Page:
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Michael Schumacher showing signs of consciousness

Date

John Burns

Coma: Michael Schumacher.

Coma: Michael Schumacher. Photo: Reuters

Grenoble: Michael Schumacher has "moments of consciousness and awakening", his spokeswoman said on Friday, in a sign of progress months after the formula one legend suffered devastating brain injuries in a ski accident.

Doctors put Schumacher in a medically induced coma after the December 29 accident in which he slammed his head on a rock while skiing at the French resort of Meribel with his son and friends, and little has filtered through since about his condition.

"Michael is making progress ... He shows moments of consciousness and awakening," Sabine Kehm said in brief a statement.

The 45-year-old remains in hospital in the French Alpine city of Grenoble, where he underwent two operations to remove life-threatening blood clots before being placed into a coma.

His family said at the end of January that drugs used to keep him in his deep sleep were being reduced with a view to bringing him back to consciousness.

"We are on his side during his long and difficult fight, together with the team of the hospital in Grenoble, and we keep remaining confident," Kehm said.

The statement gave no further details about his condition, asking instead for understanding of his family’s intention, maintained since the accident, of not disclosing medical details. It said this was “necessary to protect the privacy of Michael and his family, and to enable the medical team to work in full calmness.”

Still, Friday’s statement was a notable turn from the sparse and intermittent bulletins from the family and the medical team caring for Schumacher, 45, at the University Hospital Centre in Grenoble, a gateway to the French Alps.

It was there that he was taken by helicopter after striking his head on a rock while skiing in an ungroomed snowfield beside a high-altitude piste at the resort of Méribel, about 74 flying kilometres from Grenoble.

After weeks of increasingly pessimistic assessments by neurological experts not involved in his care but familiar with similar cases of brain injury, it appeared to signal at least a preliminary hope that Schumacher, winner of a record 91 races and 7 driver’s championships in a 19-year racing career, might yet make some form of recovery.

There have already been signs of hope for the seven-time world champion.

In February, his friend and former Ferrari teammate Felipe Massa was quoted as saying that Schumacher seemed to respond to him during a visit.

"He is sleeping, he looks normal and he showed a few responses with his mouth," Massa told German tabloid Bild.

And last month, Schumacher's family said they were confident that the racing legend who defied death more than once on the track would pull through.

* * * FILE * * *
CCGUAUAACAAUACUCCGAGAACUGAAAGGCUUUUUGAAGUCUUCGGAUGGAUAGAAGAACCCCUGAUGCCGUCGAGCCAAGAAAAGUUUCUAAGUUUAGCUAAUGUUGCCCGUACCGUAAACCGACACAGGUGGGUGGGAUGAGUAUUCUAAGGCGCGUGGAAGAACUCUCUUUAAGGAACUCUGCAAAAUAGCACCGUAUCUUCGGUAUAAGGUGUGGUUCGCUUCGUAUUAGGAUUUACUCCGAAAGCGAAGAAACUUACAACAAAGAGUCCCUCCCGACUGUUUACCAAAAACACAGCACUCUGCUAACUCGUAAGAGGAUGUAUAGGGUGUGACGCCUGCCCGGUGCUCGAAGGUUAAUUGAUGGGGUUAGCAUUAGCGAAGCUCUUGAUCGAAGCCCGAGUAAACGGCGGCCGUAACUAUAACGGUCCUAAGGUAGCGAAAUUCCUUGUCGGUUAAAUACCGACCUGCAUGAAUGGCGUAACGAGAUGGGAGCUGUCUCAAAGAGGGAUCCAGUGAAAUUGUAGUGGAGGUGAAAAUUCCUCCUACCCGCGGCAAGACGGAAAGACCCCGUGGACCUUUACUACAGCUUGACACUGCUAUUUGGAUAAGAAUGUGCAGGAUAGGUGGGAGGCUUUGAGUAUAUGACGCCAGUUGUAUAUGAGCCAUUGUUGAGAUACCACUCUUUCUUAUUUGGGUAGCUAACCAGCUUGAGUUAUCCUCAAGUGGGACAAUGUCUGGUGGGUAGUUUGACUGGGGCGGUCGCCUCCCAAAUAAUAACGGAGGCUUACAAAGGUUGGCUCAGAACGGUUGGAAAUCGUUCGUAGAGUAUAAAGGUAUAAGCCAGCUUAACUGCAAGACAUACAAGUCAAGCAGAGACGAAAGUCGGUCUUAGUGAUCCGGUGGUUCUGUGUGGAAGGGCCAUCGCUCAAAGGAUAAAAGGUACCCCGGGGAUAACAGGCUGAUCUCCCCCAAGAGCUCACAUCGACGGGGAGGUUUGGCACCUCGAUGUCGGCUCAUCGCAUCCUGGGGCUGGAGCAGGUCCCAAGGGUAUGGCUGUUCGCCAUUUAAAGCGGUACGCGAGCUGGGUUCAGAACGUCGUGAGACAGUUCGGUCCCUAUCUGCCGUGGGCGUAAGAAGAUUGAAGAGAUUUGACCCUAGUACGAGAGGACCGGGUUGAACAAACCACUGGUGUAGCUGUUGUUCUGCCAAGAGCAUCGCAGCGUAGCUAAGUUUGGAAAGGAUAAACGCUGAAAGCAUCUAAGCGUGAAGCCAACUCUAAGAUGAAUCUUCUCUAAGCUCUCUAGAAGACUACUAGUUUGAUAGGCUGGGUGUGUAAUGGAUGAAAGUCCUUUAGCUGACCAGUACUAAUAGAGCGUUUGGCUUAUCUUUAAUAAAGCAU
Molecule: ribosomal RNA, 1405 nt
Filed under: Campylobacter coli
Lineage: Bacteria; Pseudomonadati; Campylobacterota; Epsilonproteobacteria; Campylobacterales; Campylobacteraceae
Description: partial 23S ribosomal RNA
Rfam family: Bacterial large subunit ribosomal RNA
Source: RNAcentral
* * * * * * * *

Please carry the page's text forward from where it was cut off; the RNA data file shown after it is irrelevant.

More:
"There sometimes are small, encouraging signs, but we also know that this is the time to be very patient", Kehm said at the time in a statement.

However, experts cautioned against attaching too much significance to the family statement, saying it lacked detailed information needed to assess the German’s prospects.

“Unfortunately, the devil is in the details, and the details in this case are missing,” Peter Hamlyn, a British neurological surgeon specialising in sporting head injuries, said in an interview.

Dr Hamlyn is best known in British sports for his role in caring for Michael Watson, a boxer who suffered near-fatal brain injuries in a London bout in 1991, then spent months in a coma — and years learning to walk again and recover other basic living skills.

The case is often cited as an example of how sportsmen can make substantial recoveries, with years of rehabilitation, from grievous brain injuries.

By saying that Schumacher had moments of waking and consciousness, Dr Hamlyn said, the family statement was open to widely varying possibilities.

“You can have sleep-wake cycles in somebody who is as good as unconscious, and not likely to make a recovery,” he said. “By contrast, it could be that he still only has occasional signs of being conscious, but in those moments has been able to interact with those around him. The simplest example of that would be if a loved one says, ‘Squeeze my hand,’ and the patient squeezes their hand, because that means the patient has understood the words.

“If that has been the case with Michael, there would be a strong probability that Michael could make a substantial recovery.”

Schumacher’s wife, Corinna, often accompanied by the couple’s two teenage children, has been making daily trips to the hospital from their mansion at the Swiss village of Gland on the shore of Lake Geneva.

She has denied reports in European newspapers that she has been planning to spend part of Schumacher’s fortune from his racing days — commonly estimated at about $750 million — to build a clinic on the property at Gland and transfer her husband there. Friends of the family said the statement’s emphasis on the family working with the Grenoble doctors was intended as a signal that he will remain in Grenoble for the foreseeable future.